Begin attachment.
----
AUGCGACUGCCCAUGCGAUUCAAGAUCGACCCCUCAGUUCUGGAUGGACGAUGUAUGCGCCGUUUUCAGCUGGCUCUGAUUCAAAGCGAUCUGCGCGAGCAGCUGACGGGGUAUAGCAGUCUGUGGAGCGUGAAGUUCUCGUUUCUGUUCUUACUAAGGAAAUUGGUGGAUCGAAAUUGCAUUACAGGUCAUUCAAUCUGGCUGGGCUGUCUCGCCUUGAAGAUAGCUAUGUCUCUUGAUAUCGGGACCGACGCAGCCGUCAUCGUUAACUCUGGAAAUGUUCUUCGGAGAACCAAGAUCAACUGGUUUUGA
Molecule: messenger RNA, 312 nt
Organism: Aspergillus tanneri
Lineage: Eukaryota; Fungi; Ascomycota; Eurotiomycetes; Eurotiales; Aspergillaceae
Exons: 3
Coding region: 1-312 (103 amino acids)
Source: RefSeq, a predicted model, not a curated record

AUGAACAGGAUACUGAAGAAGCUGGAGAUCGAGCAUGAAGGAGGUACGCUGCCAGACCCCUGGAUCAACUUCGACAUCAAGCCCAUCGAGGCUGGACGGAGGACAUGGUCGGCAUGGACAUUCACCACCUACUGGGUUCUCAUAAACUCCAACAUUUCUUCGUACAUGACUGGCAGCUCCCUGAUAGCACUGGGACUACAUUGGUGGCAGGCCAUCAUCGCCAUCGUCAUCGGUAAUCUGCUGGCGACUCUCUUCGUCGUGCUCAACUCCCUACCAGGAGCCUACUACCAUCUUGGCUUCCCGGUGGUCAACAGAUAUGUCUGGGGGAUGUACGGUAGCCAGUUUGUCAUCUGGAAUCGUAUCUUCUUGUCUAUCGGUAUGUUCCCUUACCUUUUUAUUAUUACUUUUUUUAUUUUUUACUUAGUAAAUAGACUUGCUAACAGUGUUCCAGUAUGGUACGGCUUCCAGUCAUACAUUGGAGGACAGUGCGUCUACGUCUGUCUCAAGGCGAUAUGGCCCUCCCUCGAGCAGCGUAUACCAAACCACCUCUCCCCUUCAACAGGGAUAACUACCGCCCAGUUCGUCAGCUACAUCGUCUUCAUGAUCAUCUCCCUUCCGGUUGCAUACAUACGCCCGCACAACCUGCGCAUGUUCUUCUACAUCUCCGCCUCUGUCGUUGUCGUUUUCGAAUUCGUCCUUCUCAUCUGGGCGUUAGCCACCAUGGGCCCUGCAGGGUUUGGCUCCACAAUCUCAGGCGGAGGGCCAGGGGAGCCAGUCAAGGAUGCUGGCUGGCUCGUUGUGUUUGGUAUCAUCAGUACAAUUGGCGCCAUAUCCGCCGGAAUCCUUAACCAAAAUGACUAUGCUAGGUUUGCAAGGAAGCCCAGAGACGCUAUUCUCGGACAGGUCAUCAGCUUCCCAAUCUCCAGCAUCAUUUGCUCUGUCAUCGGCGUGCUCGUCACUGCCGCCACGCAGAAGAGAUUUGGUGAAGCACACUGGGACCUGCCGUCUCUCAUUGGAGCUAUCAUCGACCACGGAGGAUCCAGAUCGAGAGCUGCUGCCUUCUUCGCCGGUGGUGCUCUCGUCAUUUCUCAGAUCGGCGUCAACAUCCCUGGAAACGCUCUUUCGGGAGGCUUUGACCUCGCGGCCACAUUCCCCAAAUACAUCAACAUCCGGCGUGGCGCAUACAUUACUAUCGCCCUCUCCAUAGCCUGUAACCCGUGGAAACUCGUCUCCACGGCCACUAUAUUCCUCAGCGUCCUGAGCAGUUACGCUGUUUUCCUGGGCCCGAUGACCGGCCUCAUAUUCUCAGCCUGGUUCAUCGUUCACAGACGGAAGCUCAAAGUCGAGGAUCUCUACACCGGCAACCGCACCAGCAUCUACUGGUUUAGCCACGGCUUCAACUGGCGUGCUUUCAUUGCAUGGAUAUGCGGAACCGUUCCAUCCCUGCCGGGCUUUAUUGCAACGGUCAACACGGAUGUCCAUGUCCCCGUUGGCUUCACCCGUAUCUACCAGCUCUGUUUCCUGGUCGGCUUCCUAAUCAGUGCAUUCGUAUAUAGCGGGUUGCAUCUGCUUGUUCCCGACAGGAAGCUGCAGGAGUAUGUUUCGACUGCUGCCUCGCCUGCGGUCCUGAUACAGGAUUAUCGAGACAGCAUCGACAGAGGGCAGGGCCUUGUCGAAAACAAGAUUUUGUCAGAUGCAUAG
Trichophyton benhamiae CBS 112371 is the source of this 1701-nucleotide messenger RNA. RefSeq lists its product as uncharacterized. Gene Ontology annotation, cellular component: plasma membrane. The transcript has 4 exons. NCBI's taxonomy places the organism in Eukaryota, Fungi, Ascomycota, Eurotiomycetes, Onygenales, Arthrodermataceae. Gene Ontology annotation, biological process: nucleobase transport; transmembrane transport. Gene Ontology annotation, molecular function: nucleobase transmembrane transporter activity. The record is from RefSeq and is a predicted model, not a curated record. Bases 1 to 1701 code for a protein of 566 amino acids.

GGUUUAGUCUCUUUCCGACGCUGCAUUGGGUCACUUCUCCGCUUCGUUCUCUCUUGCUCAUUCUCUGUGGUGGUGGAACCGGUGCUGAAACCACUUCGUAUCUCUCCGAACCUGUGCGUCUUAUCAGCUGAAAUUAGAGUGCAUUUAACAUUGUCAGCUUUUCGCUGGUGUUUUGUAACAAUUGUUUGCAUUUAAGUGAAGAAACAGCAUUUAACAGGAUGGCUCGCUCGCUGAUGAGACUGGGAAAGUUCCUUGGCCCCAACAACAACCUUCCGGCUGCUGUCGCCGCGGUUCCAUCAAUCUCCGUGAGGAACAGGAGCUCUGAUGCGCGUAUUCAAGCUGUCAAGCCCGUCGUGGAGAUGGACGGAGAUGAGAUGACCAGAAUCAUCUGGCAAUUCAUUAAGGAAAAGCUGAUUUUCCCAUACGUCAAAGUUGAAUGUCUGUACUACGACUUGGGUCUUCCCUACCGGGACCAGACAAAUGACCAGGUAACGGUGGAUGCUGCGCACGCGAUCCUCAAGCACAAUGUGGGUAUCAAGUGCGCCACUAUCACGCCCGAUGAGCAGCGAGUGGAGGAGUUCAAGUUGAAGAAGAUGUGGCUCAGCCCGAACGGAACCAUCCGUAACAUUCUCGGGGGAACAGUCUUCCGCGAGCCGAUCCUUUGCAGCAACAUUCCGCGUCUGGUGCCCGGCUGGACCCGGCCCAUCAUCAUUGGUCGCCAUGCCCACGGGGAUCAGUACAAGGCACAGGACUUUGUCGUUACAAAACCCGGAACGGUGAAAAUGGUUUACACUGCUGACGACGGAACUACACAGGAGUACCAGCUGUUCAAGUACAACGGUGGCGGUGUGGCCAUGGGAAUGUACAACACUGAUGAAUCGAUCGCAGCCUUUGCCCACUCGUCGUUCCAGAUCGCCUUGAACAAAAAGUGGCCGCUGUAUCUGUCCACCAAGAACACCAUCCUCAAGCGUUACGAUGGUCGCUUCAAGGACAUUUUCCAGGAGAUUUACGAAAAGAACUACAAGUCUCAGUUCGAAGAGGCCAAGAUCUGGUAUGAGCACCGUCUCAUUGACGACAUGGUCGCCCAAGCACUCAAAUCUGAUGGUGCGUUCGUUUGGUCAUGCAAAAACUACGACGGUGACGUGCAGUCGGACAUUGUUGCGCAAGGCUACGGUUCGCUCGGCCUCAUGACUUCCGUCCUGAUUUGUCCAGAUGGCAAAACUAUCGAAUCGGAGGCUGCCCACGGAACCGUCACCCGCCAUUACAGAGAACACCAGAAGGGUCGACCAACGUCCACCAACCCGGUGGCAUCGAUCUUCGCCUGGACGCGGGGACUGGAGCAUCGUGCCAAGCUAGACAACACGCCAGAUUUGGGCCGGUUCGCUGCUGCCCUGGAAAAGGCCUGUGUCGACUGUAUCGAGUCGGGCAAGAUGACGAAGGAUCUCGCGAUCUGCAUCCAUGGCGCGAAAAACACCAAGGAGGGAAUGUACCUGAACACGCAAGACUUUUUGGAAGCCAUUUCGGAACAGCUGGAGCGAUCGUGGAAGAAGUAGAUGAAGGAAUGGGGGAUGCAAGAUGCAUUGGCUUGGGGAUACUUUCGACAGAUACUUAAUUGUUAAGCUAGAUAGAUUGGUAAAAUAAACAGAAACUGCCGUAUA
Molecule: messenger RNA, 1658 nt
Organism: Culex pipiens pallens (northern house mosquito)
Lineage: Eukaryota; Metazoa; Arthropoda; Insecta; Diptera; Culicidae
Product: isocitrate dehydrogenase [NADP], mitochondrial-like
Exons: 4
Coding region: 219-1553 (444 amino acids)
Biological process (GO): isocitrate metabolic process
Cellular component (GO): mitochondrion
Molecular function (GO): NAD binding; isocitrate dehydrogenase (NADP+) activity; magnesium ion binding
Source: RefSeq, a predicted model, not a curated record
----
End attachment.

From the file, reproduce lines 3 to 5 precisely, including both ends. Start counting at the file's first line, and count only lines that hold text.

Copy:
Organism: Aspergillus tanneri
Lineage: Eukaryota; Fungi; Ascomycota; Eurotiomycetes; Eurotiales; Aspergillaceae
Exons: 3